In terms of relationships and the ability to bridge at least two terrains, I personally like Hermes as a possible mascot for art therapy. All humor aside, Hermes was most commonly described as a Greek Olympian god of boundaries and travelers who cross them. He was a translator and messenger from the gods (the spiritual realm) to the humans (an earthly realm). He was a psychopomp, meaning he was a conductor of the soul, on of his responsibilities included bringing newly dead souls (akin to those struck by symbolic illnesses in response to personal conflict or cultural affliction) from the Underworld or Hades (metaphorically – a dark underworld, a shadow world) and was attributed to bringing dreams to the living. Hermes gives us our word hermeneutics, the art of interpreting hidden meaning.
Art therapy is very much about creating meaning, although too often meaning making is confused with interpretation. Art therapy involves both the creative emergence of meaning and the revealing of existing but veiled meanings. At its best, art therapy is a co-created experience, one in which mutual admiration and respect is given to the art making process and to the symbolic material of the individual, family or group. It is a therapeutic experience in which art materials are used to facilitate insight, process and integrate experiences. It need not be a set of coveted techniques although they are spoken of frequently as interventions but instead covers an orientation and attitude towards everything that is creative in life. For it is the nature of imagery and creativity, like Hermes, to transcend boundaries, to dissolve them, recreate, and redefine them. Hence art therapy shares this distinctive quality of defying easy definition.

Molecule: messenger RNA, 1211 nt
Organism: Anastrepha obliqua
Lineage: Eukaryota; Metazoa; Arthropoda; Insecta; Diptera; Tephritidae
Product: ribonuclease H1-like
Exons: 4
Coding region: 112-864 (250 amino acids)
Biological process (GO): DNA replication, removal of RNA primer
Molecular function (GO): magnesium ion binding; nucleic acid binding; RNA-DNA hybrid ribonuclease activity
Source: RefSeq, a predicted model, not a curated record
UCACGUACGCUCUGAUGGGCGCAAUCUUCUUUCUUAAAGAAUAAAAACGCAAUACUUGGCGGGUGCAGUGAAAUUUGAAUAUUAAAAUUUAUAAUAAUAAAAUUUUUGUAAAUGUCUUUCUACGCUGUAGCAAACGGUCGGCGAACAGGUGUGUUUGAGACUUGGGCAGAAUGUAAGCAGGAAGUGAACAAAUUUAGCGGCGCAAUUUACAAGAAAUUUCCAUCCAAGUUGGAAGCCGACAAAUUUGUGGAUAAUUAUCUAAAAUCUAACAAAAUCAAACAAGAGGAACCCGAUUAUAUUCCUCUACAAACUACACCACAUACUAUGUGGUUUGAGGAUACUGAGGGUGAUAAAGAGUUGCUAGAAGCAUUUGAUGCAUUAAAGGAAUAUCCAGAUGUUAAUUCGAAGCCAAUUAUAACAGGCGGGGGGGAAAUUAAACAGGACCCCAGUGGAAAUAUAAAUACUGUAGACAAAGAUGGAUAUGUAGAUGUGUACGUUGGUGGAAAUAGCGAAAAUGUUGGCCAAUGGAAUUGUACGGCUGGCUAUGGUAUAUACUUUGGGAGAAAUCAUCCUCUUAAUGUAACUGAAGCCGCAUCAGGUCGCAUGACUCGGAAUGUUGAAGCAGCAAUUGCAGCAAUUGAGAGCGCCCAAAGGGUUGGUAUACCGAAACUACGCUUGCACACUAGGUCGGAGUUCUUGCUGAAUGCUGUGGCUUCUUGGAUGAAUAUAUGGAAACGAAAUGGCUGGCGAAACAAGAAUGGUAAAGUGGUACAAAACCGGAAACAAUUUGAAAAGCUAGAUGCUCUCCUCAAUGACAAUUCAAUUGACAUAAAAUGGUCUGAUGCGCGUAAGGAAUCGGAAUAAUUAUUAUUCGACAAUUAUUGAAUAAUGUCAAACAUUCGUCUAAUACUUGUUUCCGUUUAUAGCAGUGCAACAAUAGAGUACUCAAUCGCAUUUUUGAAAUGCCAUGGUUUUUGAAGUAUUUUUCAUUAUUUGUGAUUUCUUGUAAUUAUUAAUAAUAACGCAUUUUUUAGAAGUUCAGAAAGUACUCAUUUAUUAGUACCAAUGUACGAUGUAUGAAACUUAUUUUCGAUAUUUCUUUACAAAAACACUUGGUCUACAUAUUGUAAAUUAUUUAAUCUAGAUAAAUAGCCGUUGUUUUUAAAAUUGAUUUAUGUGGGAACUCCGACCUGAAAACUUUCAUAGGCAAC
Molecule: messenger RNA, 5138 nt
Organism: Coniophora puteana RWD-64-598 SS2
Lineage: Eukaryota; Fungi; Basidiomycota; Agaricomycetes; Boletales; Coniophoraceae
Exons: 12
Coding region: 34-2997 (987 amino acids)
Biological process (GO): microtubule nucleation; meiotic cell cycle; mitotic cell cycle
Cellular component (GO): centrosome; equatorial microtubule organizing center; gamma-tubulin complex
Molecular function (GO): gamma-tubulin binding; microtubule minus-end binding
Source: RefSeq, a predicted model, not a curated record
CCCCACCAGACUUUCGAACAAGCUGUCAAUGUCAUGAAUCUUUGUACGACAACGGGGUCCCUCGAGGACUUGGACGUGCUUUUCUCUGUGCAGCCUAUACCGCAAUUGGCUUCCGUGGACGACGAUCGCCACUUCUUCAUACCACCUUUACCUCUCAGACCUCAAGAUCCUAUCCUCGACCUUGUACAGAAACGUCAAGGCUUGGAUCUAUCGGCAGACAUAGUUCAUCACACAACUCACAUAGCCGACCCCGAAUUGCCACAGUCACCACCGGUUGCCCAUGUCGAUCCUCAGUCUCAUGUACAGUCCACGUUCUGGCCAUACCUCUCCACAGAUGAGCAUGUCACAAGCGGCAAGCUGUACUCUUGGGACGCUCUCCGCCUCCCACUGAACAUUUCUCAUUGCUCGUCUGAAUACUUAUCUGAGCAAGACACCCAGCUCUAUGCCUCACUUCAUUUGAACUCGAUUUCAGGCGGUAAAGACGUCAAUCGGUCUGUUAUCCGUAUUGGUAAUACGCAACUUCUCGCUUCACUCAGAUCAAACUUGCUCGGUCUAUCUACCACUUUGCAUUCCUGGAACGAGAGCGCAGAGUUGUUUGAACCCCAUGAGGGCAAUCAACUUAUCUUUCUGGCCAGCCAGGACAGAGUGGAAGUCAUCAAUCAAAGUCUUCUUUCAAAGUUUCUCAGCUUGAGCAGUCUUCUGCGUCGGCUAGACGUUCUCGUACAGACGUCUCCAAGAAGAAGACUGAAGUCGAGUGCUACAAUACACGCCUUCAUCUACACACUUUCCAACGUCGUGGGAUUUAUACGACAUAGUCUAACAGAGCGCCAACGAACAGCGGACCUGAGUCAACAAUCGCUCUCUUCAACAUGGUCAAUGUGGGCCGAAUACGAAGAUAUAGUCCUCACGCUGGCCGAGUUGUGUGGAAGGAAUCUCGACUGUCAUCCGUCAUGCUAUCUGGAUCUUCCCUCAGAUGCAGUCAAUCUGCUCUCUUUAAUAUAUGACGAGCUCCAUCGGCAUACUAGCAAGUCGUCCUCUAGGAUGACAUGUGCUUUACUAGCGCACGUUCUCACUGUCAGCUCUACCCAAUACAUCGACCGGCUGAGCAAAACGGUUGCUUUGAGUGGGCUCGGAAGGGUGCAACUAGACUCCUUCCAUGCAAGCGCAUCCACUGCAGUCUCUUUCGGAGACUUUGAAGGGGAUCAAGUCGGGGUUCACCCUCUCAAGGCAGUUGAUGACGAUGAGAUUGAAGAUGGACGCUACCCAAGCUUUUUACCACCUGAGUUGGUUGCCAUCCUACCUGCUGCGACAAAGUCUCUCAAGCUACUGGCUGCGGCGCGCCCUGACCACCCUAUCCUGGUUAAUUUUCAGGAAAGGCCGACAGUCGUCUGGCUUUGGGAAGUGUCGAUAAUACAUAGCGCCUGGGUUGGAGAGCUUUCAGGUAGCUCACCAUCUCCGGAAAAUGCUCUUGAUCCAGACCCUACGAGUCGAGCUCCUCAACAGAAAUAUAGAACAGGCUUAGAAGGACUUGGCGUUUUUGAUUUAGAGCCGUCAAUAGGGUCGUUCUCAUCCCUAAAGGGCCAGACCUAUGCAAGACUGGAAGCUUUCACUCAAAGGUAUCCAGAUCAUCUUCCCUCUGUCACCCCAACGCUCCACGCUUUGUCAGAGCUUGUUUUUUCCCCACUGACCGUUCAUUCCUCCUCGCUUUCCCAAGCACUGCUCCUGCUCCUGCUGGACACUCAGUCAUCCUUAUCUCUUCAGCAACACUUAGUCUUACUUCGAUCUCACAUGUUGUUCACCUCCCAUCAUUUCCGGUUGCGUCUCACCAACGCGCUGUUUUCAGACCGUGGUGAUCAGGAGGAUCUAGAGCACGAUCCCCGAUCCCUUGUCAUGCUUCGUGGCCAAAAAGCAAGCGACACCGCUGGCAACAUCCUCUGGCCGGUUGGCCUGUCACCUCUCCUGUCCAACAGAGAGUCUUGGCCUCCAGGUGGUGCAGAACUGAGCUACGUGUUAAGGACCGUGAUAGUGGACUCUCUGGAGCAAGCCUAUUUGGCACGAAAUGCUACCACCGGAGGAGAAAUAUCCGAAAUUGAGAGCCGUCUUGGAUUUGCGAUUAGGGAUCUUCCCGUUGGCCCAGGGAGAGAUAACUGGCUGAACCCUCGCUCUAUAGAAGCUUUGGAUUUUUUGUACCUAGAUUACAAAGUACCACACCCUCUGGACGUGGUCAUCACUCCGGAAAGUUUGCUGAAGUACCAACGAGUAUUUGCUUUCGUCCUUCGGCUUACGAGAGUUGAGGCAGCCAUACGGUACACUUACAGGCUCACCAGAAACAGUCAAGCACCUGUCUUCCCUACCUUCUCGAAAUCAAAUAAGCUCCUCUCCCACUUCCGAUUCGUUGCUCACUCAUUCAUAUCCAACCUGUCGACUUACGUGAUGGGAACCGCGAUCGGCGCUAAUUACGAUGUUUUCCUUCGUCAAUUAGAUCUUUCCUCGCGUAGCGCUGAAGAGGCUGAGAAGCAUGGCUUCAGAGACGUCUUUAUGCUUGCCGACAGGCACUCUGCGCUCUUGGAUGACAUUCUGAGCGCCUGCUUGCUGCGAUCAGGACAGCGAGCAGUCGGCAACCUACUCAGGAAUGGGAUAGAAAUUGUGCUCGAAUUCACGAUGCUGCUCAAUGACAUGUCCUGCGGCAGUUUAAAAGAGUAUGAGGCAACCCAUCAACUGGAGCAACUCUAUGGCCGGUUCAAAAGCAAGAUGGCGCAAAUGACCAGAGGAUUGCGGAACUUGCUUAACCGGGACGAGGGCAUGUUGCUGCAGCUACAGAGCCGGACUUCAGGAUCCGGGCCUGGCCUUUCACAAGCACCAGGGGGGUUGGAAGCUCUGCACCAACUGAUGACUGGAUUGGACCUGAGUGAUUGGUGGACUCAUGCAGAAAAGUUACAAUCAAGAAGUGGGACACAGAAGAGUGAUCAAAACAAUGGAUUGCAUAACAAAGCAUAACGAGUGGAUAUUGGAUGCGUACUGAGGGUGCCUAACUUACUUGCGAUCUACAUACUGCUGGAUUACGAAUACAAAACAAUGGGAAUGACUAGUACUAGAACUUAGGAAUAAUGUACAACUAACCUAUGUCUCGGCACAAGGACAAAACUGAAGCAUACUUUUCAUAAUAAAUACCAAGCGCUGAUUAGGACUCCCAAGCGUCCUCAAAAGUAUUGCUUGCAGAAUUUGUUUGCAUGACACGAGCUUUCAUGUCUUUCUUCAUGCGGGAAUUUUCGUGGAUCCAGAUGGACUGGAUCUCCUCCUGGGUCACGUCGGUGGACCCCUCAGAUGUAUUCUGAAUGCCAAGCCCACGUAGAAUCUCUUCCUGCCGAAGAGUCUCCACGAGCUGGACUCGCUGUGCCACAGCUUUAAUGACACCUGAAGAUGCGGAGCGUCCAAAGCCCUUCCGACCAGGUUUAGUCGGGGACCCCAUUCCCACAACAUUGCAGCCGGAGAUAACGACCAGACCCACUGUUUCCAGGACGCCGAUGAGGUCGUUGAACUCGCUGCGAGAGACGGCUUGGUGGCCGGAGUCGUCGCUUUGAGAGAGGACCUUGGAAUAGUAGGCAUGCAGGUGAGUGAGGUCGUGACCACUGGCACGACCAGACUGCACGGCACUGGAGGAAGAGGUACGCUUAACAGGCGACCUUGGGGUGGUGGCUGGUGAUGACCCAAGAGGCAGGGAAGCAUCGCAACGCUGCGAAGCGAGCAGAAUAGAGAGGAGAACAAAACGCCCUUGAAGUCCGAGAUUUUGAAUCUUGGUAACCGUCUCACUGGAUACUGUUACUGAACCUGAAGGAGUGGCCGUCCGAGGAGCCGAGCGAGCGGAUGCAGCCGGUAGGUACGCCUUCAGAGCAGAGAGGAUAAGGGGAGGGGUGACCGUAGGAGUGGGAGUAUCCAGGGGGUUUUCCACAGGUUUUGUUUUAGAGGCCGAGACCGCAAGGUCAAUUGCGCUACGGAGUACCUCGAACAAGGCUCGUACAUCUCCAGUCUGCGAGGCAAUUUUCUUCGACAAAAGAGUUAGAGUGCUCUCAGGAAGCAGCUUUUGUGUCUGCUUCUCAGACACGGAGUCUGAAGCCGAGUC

Many graduate art therapy programs teach from a psychodynamic or depth psychology theoretical orientation. Perhaps this is due to the close affinity to symbols and images, which are found in archetypes, active imagination, dreams, free associations, and artwork. Certainly the function of art transcends current psychological theories, which typically explore one aspect of development or function. It is often the liminal, the changing, the “just forming” terrain of psychic life and this is its virtue. So defining succinctly the profession and modality of art therapy is challenging.
The American Art Therapy Association provides the following definition for the profession:
Art therapy is a mental health profession that uses the creative process of art making to improve and enhance the physical, mental and emotional well being of individuals of all ages. It is based on the belief that the creative process involved in artistic self-expression helps people to resolve conflicts and problems, develop interpersonal skills, manage behavior, reduce stress, increase self-esteem and self-awareness, and achieve insight.
Originally posted to The Americans for the Arts ARTSBlog June 15, 2010
© 2010, All rights reserved, The Center for Psyche & the Arts, LLC; written by Michelle L. Dean, MA, ATR-BC, LPC, CGP, HLM (DVATA)